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OC Library Chicago Manual of Style Citation Guide

Introduction

OC Library provides online access to The Chicago Manual of Style (17th edition).

Print copies are also available in the campus library Reference collections. 

This guide covers the most commonly cited types of sources and provides examples for types of sources that students frequently ask questions about. 

The Chicago Manual of Style offers two different systems for citation, and has created excellent quick guides for each:

Chicago Manual of Style Quick Guides in PDF.

  • The OC Library Guide for Chicago (Notes & Bibliography System) is available for download as a PDF.
  • The University of Alberta has generously made available its Chicago Citation Style QuickGuide (Author-Date System) for download as a PDF.   

Note: Chicago does not provide specific guidance on how to cite Indigenous Elders. 

Thanks to UBC Okanagan Library for permission to use and modify their Chicago Manual of Style Guide.

Why and When to Cite

The Chicago Manual offers this explanation for why we cite, "ethics, copyright laws and courtesy to readers require authors to identify the sources of direct quotations or paraphrases and of any facts or opinions not generally known or easily checked." 

For this reason, when we talk about citations, we're talking about two different instances, once in the body of our text -- In-text citations -- once at the end of our text -- the bibliography or reference list.

The OC Library Avoiding Plagiarism guide further explains why we cite.

Glossary of Terms

The Chicago Manual offers a full Glossary of terms used. The following selection of terms are commonly used throughout this guide:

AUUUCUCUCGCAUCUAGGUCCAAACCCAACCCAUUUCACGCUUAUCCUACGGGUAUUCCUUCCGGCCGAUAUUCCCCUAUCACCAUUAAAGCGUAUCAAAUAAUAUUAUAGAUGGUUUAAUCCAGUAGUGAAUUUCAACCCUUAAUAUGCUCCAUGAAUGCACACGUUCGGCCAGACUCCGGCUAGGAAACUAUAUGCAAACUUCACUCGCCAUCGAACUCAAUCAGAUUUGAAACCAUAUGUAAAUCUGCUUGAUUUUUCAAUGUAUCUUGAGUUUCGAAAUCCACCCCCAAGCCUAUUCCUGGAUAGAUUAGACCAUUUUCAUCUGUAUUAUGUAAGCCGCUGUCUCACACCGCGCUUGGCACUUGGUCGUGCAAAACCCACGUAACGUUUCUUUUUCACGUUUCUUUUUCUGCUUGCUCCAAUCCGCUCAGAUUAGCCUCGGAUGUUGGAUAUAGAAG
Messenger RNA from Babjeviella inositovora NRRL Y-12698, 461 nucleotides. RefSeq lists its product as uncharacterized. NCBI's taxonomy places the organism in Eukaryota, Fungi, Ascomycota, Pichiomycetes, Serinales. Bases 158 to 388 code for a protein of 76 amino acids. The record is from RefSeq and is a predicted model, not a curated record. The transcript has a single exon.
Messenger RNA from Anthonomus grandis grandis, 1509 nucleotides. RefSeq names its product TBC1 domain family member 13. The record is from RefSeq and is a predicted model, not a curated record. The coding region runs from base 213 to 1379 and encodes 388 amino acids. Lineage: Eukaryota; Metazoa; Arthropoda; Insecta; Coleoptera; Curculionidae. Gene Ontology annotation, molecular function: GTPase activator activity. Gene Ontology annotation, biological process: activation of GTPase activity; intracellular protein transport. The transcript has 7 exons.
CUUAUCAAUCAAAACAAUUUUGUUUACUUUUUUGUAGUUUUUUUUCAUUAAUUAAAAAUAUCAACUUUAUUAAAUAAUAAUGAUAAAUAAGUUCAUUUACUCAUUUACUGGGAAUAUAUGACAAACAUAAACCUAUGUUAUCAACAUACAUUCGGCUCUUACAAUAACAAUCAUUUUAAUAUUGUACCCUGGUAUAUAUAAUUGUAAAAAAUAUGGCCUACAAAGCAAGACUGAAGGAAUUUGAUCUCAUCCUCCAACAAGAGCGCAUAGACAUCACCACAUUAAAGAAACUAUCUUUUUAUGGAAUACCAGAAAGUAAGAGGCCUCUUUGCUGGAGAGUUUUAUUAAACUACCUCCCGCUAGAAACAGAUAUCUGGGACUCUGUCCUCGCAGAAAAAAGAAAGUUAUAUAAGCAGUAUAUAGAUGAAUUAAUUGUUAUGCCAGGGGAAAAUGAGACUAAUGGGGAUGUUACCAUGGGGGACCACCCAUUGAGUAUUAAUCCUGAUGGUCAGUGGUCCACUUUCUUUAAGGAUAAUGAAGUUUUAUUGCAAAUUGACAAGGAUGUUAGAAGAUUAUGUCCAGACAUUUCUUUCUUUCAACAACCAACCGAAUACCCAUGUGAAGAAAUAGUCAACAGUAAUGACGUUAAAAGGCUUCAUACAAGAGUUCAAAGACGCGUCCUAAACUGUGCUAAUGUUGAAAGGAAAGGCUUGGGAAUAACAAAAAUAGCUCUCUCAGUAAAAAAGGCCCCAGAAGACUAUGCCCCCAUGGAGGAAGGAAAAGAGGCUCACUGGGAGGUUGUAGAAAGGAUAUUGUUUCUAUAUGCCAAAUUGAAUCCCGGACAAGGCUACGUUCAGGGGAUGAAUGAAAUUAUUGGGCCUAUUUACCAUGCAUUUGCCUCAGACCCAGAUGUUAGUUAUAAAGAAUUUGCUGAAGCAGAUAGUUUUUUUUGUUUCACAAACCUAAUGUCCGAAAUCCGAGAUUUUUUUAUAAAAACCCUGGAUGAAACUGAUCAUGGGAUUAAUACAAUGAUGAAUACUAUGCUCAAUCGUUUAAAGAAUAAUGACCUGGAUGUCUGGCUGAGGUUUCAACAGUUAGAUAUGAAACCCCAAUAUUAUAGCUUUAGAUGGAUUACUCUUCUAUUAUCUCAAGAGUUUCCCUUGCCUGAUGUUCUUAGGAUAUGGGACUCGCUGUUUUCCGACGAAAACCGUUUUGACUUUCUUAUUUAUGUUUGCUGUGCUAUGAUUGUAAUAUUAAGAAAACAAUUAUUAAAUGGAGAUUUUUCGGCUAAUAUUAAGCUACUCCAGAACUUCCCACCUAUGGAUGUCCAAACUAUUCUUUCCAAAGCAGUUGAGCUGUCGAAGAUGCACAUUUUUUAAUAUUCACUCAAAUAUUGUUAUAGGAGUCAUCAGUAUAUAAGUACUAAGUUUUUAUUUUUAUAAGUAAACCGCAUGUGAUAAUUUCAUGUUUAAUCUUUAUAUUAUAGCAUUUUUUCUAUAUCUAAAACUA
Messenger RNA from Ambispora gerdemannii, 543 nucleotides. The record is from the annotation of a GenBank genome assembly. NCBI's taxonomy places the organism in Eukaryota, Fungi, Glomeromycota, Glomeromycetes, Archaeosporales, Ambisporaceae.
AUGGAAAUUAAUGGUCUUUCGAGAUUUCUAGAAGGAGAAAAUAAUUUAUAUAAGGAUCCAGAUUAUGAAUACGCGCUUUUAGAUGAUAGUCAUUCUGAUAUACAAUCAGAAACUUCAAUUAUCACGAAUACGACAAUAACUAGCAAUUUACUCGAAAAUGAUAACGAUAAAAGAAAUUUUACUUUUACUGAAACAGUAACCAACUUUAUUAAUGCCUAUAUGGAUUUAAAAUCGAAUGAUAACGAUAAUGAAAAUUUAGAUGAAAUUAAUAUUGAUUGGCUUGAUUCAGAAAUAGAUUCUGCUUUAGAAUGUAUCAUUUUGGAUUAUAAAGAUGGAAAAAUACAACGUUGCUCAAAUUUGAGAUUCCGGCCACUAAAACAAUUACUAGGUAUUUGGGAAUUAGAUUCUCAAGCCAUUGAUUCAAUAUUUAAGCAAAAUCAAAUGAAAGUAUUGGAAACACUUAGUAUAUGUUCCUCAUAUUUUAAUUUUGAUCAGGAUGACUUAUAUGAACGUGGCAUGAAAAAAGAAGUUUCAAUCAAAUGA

Bibliography. A list of sources cited within the document that appears at the end of a document. This is used in the Notes and Bibliography system of Chicago. It is important to understand that some sources are only cited in notes and will not appear in the bibliography.

DOI. A digital object identifier, a persistent and unique number set to link back to that one resource located online. 

et. al. This means 'and others' in Latin. This phrase is often used to shorten long lists of author names to make citations easier to read. 

Notes: Endnotes and Footnotes. Notes are identified within the text of a document through superscript numbers that correspond to information about a source located either at the end of the document (Endnotes), or at the bottom of the page (Footnotes). Notes often contain explanatory information about a source as well as the citation details of that source. These are used in the Notes and Bibliography system of Chicago. A shortened note version is also used to prevent unnecessary duplication of citation details.

Parenthetical / in-text. These words are used to describe citation information that appears within the text of the document. These citation details are contained within (parentheses) and provide a shortened version of the full citation information found in the reference list. These are used in the Author-Date system of Chicago.

Reference List. A list of sources cited within the document that appears at the end of a document. This is used in the Author-Date system of Chicago and contains all sources cited in parenthetical references within the document.

URL. A uniform resource locator, a link to a resource located online. It can be updated over time and often not considered to be persistent, although examples of permanent URLs do exist. 

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